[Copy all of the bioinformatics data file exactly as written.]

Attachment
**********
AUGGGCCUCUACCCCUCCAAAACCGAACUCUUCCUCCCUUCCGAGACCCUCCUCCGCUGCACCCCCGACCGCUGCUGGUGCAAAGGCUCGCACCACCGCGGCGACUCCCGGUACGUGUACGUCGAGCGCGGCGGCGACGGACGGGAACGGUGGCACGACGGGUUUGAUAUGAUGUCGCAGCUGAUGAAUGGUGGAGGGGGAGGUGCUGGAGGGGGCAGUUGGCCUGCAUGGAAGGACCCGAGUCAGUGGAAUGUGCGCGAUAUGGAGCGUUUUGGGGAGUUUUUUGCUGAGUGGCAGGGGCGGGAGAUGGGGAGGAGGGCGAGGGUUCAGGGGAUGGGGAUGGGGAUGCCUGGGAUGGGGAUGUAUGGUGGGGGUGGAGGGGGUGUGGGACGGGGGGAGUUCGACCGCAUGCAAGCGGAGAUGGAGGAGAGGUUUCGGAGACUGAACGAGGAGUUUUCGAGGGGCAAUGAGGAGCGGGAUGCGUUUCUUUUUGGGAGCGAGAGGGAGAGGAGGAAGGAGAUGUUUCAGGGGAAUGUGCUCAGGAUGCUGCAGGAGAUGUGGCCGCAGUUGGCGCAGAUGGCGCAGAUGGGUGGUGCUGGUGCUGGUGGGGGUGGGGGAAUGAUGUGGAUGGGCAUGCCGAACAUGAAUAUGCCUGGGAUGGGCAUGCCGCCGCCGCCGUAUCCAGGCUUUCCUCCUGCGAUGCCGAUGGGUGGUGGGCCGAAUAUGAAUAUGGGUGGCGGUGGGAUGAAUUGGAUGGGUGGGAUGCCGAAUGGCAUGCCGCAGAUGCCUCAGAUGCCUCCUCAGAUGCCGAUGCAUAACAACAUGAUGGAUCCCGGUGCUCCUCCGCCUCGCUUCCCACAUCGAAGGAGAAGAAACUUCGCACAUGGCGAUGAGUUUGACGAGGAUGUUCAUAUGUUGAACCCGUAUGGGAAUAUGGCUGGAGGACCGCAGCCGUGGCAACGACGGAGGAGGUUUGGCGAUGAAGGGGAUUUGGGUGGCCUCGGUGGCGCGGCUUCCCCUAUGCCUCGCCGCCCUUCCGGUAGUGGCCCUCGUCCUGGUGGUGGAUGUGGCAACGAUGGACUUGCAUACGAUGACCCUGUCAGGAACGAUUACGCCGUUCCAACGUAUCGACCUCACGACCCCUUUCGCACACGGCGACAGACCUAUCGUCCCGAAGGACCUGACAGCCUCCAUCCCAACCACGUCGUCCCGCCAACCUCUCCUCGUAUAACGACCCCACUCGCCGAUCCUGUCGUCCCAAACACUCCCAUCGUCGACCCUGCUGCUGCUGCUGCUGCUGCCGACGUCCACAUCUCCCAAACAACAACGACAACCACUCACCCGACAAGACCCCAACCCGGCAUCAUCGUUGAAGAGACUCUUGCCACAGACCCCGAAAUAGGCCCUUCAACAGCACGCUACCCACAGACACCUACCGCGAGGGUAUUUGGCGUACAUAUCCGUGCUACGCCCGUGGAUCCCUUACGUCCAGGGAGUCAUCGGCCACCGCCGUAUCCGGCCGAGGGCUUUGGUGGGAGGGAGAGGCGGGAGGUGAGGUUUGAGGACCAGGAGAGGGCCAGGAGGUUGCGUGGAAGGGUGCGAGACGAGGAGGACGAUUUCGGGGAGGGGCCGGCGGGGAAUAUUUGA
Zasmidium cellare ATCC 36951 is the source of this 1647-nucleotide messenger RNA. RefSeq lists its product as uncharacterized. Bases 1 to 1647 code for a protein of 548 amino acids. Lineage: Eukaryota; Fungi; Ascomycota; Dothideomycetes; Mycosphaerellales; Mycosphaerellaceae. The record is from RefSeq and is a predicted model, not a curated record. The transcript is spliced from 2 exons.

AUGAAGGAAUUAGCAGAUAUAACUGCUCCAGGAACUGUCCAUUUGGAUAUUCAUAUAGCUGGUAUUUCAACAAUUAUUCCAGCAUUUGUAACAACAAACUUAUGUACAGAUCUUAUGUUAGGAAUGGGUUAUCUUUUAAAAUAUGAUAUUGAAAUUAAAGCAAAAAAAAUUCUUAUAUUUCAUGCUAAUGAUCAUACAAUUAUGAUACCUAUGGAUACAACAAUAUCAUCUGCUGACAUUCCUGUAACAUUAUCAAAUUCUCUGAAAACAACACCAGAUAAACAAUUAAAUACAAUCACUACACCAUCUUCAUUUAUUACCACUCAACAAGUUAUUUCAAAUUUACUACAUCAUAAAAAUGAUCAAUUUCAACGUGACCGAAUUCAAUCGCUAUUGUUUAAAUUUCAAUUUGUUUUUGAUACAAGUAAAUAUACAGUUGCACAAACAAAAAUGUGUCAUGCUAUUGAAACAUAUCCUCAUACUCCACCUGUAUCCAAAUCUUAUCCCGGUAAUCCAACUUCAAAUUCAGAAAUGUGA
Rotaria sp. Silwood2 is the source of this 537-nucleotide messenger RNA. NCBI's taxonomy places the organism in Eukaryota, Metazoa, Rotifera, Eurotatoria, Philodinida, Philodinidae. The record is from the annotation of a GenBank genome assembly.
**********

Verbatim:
AUGGGCCUCUACCCCUCCAAAACCGAACUCUUCCUCCCUUCCGAGACCCUCCUCCGCUGCACCCCCGACCGCUGCUGGUGCAAAGGCUCGCACCACCGCGGCGACUCCCGGUACGUGUACGUCGAGCGCGGCGGCGACGGACGGGAACGGUGGCACGACGGGUUUGAUAUGAUGUCGCAGCUGAUGAAUGGUGGAGGGGGAGGUGCUGGAGGGGGCAGUUGGCCUGCAUGGAAGGACCCGAGUCAGUGGAAUGUGCGCGAUAUGGAGCGUUUUGGGGAGUUUUUUGCUGAGUGGCAGGGGCGGGAGAUGGGGAGGAGGGCGAGGGUUCAGGGGAUGGGGAUGGGGAUGCCUGGGAUGGGGAUGUAUGGUGGGGGUGGAGGGGGUGUGGGACGGGGGGAGUUCGACCGCAUGCAAGCGGAGAUGGAGGAGAGGUUUCGGAGACUGAACGAGGAGUUUUCGAGGGGCAAUGAGGAGCGGGAUGCGUUUCUUUUUGGGAGCGAGAGGGAGAGGAGGAAGGAGAUGUUUCAGGGGAAUGUGCUCAGGAUGCUGCAGGAGAUGUGGCCGCAGUUGGCGCAGAUGGCGCAGAUGGGUGGUGCUGGUGCUGGUGGGGGUGGGGGAAUGAUGUGGAUGGGCAUGCCGAACAUGAAUAUGCCUGGGAUGGGCAUGCCGCCGCCGCCGUAUCCAGGCUUUCCUCCUGCGAUGCCGAUGGGUGGUGGGCCGAAUAUGAAUAUGGGUGGCGGUGGGAUGAAUUGGAUGGGUGGGAUGCCGAAUGGCAUGCCGCAGAUGCCUCAGAUGCCUCCUCAGAUGCCGAUGCAUAACAACAUGAUGGAUCCCGGUGCUCCUCCGCCUCGCUUCCCACAUCGAAGGAGAAGAAACUUCGCACAUGGCGAUGAGUUUGACGAGGAUGUUCAUAUGUUGAACCCGUAUGGGAAUAUGGCUGGAGGACCGCAGCCGUGGCAACGACGGAGGAGGUUUGGCGAUGAAGGGGAUUUGGGUGGCCUCGGUGGCGCGGCUUCCCCUAUGCCUCGCCGCCCUUCCGGUAGUGGCCCUCGUCCUGGUGGUGGAUGUGGCAACGAUGGACUUGCAUACGAUGACCCUGUCAGGAACGAUUACGCCGUUCCAACGUAUCGACCUCACGACCCCUUUCGCACACGGCGACAGACCUAUCGUCCCGAAGGACCUGACAGCCUCCAUCCCAACCACGUCGUCCCGCCAACCUCUCCUCGUAUAACGACCCCACUCGCCGAUCCUGUCGUCCCAAACACUCCCAUCGUCGACCCUGCUGCUGCUGCUGCUGCUGCCGACGUCCACAUCUCCCAAACAACAACGACAACCACUCACCCGACAAGACCCCAACCCGGCAUCAUCGUUGAAGAGACUCUUGCCACAGACCCCGAAAUAGGCCCUUCAACAGCACGCUACCCACAGACACCUACCGCGAGGGUAUUUGGCGUACAUAUCCGUGCUACGCCCGUGGAUCCCUUACGUCCAGGGAGUCAUCGGCCACCGCCGUAUCCGGCCGAGGGCUUUGGUGGGAGGGAGAGGCGGGAGGUGAGGUUUGAGGACCAGGAGAGGGCCAGGAGGUUGCGUGGAAGGGUGCGAGACGAGGAGGACGAUUUCGGGGAGGGGCCGGCGGGGAAUAUUUGA
Zasmidium cellare ATCC 36951 is the source of this 1647-nucleotide messenger RNA. RefSeq lists its product as uncharacterized. Bases 1 to 1647 code for a protein of 548 amino acids. Lineage: Eukaryota; Fungi; Ascomycota; Dothideomycetes; Mycosphaerellales; Mycosphaerellaceae. The record is from RefSeq and is a predicted model, not a curated record. The transcript is spliced from 2 exons.

AUGAAGGAAUUAGCAGAUAUAACUGCUCCAGGAACUGUCCAUUUGGAUAUUCAUAUAGCUGGUAUUUCAACAAUUAUUCCAGCAUUUGUAACAACAAACUUAUGUACAGAUCUUAUGUUAGGAAUGGGUUAUCUUUUAAAAUAUGAUAUUGAAAUUAAAGCAAAAAAAAUUCUUAUAUUUCAUGCUAAUGAUCAUACAAUUAUGAUACCUAUGGAUACAACAAUAUCAUCUGCUGACAUUCCUGUAACAUUAUCAAAUUCUCUGAAAACAACACCAGAUAAACAAUUAAAUACAAUCACUACACCAUCUUCAUUUAUUACCACUCAACAAGUUAUUUCAAAUUUACUACAUCAUAAAAAUGAUCAAUUUCAACGUGACCGAAUUCAAUCGCUAUUGUUUAAAUUUCAAUUUGUUUUUGAUACAAGUAAAUAUACAGUUGCACAAACAAAAAUGUGUCAUGCUAUUGAAACAUAUCCUCAUACUCCACCUGUAUCCAAAUCUUAUCCCGGUAAUCCAACUUCAAAUUCAGAAAUGUGA
Rotaria sp. Silwood2 is the source of this 537-nucleotide messenger RNA. NCBI's taxonomy places the organism in Eukaryota, Metazoa, Rotifera, Eurotatoria, Philodinida, Philodinidae. The record is from the annotation of a GenBank genome assembly.